She films. She leaves. She returns. The rockets fall. She gets closer to the community. She rents a house with one of the band members—a chance to film this guy who won’t be filmed. She discovers, when she buys furniture in Tel Aviv, that most drivers won’t deliver to Sderot. Too dangerous. (Unspoken: What’s a nice American Jewish blonde doing in a town like this?)
The answer, as Bialis says in the film: “There was an intensity of life in Sderot like nowhere else. It was life in Technicolor. Not knowing what could happen at any moment made us treasure the simplest things. It was live hard and party hard.”
This is the extreme example of what many an American Jew feels visiting Israel. Coming from our comfortable-yet-caring middle class existence, we get turned on by the life-and-death reality of Israel. “Rock in the Red Zone,” with its footage of panicked and bleeding people, destroyed homes and red hot music, captures the turn-on.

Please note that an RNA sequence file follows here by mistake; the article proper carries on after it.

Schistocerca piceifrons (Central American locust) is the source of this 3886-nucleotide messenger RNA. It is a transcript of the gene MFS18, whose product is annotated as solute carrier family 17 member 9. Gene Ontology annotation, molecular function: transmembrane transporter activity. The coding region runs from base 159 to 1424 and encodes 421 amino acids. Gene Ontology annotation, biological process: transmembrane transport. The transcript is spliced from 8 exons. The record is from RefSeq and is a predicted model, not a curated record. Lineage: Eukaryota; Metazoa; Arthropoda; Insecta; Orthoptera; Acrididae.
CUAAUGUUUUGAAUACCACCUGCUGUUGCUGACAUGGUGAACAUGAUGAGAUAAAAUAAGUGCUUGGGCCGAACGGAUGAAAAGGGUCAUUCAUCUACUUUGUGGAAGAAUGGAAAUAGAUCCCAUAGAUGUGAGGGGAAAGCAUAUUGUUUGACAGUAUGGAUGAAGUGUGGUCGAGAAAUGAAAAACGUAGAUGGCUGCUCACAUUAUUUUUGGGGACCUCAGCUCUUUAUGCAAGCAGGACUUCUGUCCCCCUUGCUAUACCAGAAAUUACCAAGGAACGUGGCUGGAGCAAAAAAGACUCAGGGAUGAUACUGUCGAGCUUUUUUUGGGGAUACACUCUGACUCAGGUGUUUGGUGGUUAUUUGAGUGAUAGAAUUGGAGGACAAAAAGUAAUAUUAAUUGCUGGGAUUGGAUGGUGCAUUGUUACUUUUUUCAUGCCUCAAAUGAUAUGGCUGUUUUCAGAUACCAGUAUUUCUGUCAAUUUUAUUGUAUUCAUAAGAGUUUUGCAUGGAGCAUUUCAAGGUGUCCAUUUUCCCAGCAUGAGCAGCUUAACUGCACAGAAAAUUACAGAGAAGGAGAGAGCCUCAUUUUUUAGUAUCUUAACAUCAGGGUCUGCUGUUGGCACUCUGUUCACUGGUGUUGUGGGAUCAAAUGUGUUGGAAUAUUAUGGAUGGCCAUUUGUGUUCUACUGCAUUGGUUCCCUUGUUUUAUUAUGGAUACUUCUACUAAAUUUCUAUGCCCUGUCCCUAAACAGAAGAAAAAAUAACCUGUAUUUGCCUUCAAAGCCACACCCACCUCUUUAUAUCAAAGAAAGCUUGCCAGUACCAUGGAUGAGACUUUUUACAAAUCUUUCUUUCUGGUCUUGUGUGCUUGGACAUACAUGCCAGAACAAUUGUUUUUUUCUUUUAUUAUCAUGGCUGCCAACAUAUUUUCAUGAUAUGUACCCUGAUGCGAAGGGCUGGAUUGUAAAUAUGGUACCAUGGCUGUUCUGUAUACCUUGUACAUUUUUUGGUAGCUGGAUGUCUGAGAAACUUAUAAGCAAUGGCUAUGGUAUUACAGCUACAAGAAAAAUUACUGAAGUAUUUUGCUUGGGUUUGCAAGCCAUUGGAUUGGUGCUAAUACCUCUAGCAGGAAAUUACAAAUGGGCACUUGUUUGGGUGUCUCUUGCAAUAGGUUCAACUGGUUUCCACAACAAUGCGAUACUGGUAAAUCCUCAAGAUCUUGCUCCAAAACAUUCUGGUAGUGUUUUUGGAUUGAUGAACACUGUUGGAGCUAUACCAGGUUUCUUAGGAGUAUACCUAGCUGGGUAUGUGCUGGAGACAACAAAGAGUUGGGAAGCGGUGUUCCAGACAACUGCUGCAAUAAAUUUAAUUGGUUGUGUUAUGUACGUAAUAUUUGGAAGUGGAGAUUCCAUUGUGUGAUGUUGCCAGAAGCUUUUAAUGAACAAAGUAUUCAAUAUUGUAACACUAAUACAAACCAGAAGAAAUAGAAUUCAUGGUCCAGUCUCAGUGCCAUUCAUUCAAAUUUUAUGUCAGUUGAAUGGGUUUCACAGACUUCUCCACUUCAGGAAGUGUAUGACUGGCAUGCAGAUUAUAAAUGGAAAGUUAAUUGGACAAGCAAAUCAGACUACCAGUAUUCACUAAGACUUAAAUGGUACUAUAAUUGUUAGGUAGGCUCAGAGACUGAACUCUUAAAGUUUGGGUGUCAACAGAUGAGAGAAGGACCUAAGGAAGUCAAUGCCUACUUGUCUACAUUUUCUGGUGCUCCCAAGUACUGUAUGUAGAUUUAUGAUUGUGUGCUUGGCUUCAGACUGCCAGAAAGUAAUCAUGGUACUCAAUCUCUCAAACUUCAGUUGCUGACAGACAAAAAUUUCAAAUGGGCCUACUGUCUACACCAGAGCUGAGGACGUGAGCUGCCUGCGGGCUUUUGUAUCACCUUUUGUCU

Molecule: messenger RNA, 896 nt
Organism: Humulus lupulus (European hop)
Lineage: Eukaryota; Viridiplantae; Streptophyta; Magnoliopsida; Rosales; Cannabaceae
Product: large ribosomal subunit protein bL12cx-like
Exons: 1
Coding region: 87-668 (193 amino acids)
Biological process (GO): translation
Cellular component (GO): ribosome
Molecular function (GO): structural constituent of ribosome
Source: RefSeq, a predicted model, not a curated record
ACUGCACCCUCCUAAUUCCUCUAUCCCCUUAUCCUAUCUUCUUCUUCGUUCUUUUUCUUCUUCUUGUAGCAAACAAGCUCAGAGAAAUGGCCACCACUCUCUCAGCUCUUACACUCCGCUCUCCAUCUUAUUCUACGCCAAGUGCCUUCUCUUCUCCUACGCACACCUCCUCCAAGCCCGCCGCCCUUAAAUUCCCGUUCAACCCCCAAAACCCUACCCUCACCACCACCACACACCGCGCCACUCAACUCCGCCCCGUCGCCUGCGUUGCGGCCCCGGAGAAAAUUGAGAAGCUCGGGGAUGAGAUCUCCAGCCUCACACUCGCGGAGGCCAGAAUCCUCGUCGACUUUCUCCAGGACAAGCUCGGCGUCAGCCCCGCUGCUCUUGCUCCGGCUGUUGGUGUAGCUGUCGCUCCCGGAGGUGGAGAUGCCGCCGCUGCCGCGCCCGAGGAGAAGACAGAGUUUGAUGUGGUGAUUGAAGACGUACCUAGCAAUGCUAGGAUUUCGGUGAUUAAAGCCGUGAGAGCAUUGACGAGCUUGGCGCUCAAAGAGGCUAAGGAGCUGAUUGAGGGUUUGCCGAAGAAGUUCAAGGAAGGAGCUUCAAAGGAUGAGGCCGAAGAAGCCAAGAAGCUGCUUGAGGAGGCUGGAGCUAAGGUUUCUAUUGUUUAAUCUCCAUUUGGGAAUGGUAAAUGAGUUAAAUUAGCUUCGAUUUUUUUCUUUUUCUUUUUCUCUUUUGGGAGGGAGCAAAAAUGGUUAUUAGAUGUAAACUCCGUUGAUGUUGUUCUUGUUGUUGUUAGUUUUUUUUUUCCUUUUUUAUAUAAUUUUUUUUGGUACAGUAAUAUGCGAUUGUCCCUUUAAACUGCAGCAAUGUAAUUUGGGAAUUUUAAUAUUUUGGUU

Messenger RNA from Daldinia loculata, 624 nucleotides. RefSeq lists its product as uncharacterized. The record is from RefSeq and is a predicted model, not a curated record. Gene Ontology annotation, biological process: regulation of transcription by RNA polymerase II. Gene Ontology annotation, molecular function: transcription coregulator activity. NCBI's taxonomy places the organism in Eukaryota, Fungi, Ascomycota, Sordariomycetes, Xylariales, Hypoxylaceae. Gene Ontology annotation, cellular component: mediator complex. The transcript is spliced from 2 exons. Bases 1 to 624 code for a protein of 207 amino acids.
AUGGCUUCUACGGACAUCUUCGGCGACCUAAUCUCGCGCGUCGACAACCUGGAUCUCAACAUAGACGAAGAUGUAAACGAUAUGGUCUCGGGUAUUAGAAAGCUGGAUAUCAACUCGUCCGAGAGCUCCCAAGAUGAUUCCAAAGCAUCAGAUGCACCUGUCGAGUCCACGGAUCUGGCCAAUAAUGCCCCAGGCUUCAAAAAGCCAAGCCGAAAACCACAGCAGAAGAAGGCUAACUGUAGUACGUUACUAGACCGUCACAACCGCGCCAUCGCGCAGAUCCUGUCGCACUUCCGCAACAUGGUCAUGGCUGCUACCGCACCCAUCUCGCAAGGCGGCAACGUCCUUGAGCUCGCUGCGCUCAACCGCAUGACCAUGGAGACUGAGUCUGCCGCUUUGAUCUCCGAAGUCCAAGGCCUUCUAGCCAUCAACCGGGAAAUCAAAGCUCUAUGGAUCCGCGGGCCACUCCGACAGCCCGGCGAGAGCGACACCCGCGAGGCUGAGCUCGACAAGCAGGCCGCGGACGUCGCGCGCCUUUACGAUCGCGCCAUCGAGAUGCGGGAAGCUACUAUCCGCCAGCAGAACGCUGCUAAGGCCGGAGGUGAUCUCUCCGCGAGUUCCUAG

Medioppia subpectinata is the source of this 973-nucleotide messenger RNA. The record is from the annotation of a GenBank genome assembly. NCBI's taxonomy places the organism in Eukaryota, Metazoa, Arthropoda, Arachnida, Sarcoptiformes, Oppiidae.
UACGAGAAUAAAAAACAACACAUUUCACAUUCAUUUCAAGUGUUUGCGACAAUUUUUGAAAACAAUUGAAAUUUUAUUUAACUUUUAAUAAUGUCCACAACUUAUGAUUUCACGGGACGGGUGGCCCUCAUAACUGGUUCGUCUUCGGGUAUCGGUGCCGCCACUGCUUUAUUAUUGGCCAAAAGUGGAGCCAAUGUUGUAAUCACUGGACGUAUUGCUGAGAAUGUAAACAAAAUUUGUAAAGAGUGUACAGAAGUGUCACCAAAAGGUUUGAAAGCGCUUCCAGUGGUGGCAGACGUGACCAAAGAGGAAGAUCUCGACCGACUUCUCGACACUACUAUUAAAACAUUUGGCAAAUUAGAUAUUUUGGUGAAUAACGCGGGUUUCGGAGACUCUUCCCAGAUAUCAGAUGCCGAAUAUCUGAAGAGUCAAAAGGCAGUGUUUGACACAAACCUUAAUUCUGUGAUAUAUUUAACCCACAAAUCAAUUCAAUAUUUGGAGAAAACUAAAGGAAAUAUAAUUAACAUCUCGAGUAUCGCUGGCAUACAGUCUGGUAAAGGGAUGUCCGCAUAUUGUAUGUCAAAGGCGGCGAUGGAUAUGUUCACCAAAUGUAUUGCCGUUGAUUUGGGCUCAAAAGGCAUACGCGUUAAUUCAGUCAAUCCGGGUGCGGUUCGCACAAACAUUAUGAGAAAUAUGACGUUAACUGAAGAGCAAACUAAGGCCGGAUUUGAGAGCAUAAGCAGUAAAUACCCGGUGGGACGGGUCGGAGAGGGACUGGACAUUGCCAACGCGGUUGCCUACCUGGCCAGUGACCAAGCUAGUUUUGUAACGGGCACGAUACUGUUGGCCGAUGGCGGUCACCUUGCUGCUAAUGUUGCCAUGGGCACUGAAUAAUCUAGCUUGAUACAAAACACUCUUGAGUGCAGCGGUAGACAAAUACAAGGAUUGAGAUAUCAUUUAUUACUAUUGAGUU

Amazing that we Americans know so little about daily life in Sderot. Even more amazing— as Bialis makes clear—that Israelis don’t know either. Tel Avivis, just an hour’s drive from Sderot, don’t want to know about this parallel world. When one of the Sderot musicians wants his music video to be recorded in the place that inspired it, he’s refused. The likelihood of the blaring red alert – the loud speaker 15-second warning before rockets land – messing up the recording is too great a risk. The video was made in a nearby town, but this reviewer thinks the reality of the red alert blast might’ve added that special something that is Sderot.